In 10 Words or Less
Early Travolta in classic classroom sitcom
Likes: John Travolta, complete series sets
Dislikes: The downside of success, limited extras
Hates: Laugh tracks
The Story So Far...
A well-remembered TV show of the late ‘70s, Welcome Back, Kotter, a sitcom about a new teacher and his ne'erdowell pupils, ran for four seasons on television, and Warner Brothers released the first season on DVD back in 2007. DVDTalk has a review of the first season's set.
There have been plenty of shows that have experienced change and tumult during their run, resulting in people leaving the show and new characters introduced, but few have seen as much shuffling as Welcome Back, Kotter managed to compress into just four seasons. In some ways a victim of its own success, the show started off on a high note, before rapidly going through all the stages of sitcom collapse, ending up far different than when it began just a few years earlier,
The concept was a strong one. Decades before the ‘90s trend of giving stand-up comics sitcoms based on their acts, Welcome Back, Kotter brought Gabe Kaplan to America's living rooms. Playing the thinly-veiled Gabe Kotter, Kaplan is a teacher just starting his career at the rough-and-tumble Brooklyn high school he attended. His first assignment is a remedial class known as the "Sweathogs," a group of punks he himself founded as a student. Faced with his past (with his former vice-principal, the acerbic Mr. Woodman (John Sylvester White), now his boss) and trying to do right as a teacher, he tries to balance his wise-ass personality with his hope to reach the kind of kid he once was.
Kaplan brings a lot of his stand-up to the series, as Kotter slings jokes left and right (particularly enjoying telling his wife Julie (Marcia Strassman) stories about his supposed relatives) and breaks into a number of impersonations as he teaches, including frequent turns as Groucho Marx. His relatability as an everyguy is the key to his character's appeal, along with his immaculate timing and his natural chemistry with Strassman. He was even a bit ahead of his time, having fun with meta gags (including breaking the fourth wall) and sometimes even cracking himself up.
However, the show rides on the students, a quartet of Sweathogs who come to rely on Kotter and live to annoy Woodman. The group, featuring nebbish oddball Horshack (Ron Pelillo), hip athlete Washington (Lawrence Hilton-Jacobs) and tough-guy Puerto Rican Jew Epstein (Robert Hegyes), served as a launching pad for their best-known alumni, Vinnie Barbarino, the role that made John Travolta a star. A ladies man, a momma's boy and the sweetly dopey leader of the Sweathogs, Barbarino was the breakout star of the show, as seen in the audience's reaction each time Travolta appears on-screen. The elements that served Travolta well in his later success are all present here, whether it's his Saturday Night Fever swagger, the dancing tough-guy of Grease or even the cross-dressing he did in Hairspray.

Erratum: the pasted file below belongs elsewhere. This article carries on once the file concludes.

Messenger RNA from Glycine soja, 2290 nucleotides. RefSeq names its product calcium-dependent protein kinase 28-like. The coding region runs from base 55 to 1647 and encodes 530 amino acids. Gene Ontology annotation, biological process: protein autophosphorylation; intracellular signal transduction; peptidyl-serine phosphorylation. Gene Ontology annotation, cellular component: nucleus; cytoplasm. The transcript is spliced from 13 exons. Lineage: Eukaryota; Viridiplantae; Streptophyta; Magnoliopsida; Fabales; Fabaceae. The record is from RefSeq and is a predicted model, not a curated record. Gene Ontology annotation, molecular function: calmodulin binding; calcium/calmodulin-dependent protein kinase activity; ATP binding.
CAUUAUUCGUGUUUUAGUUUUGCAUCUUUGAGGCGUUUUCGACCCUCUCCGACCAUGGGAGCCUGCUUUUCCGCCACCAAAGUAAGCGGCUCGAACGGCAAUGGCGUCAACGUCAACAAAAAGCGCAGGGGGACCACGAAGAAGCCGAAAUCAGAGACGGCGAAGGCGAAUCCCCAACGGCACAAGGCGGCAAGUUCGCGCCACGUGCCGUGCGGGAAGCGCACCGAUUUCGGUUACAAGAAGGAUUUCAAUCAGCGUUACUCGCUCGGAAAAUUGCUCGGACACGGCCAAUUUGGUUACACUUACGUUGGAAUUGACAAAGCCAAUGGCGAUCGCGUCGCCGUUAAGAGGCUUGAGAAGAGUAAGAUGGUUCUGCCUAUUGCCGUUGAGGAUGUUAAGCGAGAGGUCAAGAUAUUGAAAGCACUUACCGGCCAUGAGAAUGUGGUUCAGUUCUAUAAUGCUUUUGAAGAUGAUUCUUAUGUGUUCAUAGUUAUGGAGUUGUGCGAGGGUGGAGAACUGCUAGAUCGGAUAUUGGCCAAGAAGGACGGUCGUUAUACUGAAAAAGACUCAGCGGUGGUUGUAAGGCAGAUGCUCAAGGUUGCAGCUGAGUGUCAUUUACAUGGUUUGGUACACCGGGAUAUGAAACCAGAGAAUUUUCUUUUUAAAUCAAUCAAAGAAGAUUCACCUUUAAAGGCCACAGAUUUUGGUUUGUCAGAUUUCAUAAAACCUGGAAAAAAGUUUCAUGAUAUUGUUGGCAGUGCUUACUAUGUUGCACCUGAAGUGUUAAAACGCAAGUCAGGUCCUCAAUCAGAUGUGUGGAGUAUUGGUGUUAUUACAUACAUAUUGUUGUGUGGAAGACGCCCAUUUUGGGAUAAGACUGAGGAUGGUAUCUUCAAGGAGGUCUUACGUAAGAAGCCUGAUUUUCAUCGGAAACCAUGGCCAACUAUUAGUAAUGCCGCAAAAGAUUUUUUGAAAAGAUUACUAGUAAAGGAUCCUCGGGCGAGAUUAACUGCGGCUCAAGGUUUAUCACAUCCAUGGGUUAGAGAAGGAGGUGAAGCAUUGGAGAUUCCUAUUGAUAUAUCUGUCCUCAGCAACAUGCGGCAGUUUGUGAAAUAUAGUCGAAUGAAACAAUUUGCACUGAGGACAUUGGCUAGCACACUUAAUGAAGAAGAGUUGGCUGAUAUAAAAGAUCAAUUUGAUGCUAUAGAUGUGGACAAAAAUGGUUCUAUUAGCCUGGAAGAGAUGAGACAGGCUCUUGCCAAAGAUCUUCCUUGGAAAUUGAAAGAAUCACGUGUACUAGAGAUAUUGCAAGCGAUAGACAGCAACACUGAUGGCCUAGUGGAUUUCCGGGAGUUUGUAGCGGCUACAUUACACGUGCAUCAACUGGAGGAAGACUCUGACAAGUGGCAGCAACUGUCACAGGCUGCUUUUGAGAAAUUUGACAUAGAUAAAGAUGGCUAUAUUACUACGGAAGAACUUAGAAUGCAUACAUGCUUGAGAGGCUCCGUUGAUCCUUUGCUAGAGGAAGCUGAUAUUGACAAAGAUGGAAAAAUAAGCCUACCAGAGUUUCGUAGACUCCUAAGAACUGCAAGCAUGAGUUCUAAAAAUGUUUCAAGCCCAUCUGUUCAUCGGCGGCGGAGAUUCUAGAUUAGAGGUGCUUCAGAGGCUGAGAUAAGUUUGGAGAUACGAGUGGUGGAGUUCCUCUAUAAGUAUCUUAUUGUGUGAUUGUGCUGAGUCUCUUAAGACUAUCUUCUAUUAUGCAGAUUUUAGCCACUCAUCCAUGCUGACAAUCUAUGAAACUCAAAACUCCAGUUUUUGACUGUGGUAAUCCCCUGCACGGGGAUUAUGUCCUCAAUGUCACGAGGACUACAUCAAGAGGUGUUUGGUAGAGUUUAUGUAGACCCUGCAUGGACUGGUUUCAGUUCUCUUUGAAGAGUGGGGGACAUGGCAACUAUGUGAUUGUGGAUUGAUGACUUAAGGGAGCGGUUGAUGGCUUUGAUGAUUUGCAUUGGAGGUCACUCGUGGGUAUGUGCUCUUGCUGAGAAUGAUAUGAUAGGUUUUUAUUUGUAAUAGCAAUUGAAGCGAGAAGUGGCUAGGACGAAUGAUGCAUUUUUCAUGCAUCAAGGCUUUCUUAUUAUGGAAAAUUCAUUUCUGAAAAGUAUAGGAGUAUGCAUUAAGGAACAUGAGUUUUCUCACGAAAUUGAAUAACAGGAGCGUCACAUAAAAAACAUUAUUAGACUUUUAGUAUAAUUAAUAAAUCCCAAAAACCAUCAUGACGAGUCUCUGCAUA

For a series about a gang of supposed thugs with a reputation as criminals (in the first episode they steal Kotter's TV), their adventures are decidedly genteel (for instance, they return the TV minutes after taking it.) As a result, they are more misfits than miscreants, often getting in trouble, but it's clear that, at heart, they are good guys who care about each other, and who appreciate Kotter's efforts on their behalf. All their goofy antics make a bit more sense as the seasons go on, attributable to Kotter's influence, but it still seems neutered. The outcasts as a class concept works fine on its own (see Howard Hesseman's later Head of the Class), so making them half-hearted bad guys wasn't really necessary.
While the writing, which leaned heavily on Kaplan's intentionally corny act, as well as wordplay and puns, started out solid, with a number of good laughs per show, over time it became dependant on catchphrases, to the point that is almost became self-parody (and at times literally did, when characters would mimic other's catchphrases.) You can easily pick later episodes out of the line-up by listening for Barbarino's plaintive wail of "I'm so confused!" (at one point used three times in one episode), his "What? Where?" stalling tactic, or any of the other repeated bits, like Horshack's "Oooh! Ooh!" Things only got worse in the fourth season, when a new writing staff took the show to deeper lows, piling on the very special episodes by the scoopful, continuing a third-season trend by touching on suicide and alcohol abuse, among other issues.
The weakness of the later episodes was exacerbated by the series' spiral through a gauntlet of sitcom pitfalls. Stardom called for Travolta, and he pulled away from the series, making occasional appearances as a special guest star, while a creative struggle led Kaplan to all but leave the show. The remaining Sweathogs took center-stage, but Travolta's charisma was missing, while Julie and Mr. Woodman split Kaplan's roles of parental figure and authority figure, respectively. The show went through all the main tropes of "jumping the shark," be it the introduction of new characters, like southern Barbarino replacement Beau (Stephen Shortridge) or female Sweathog Angie (Melonie Haller), the birth of babies (twins!) or a number of marriages (or marriage attempts.) By the end, the show was a shadow of what it was when it started, managing to go down in flames in just four seasons.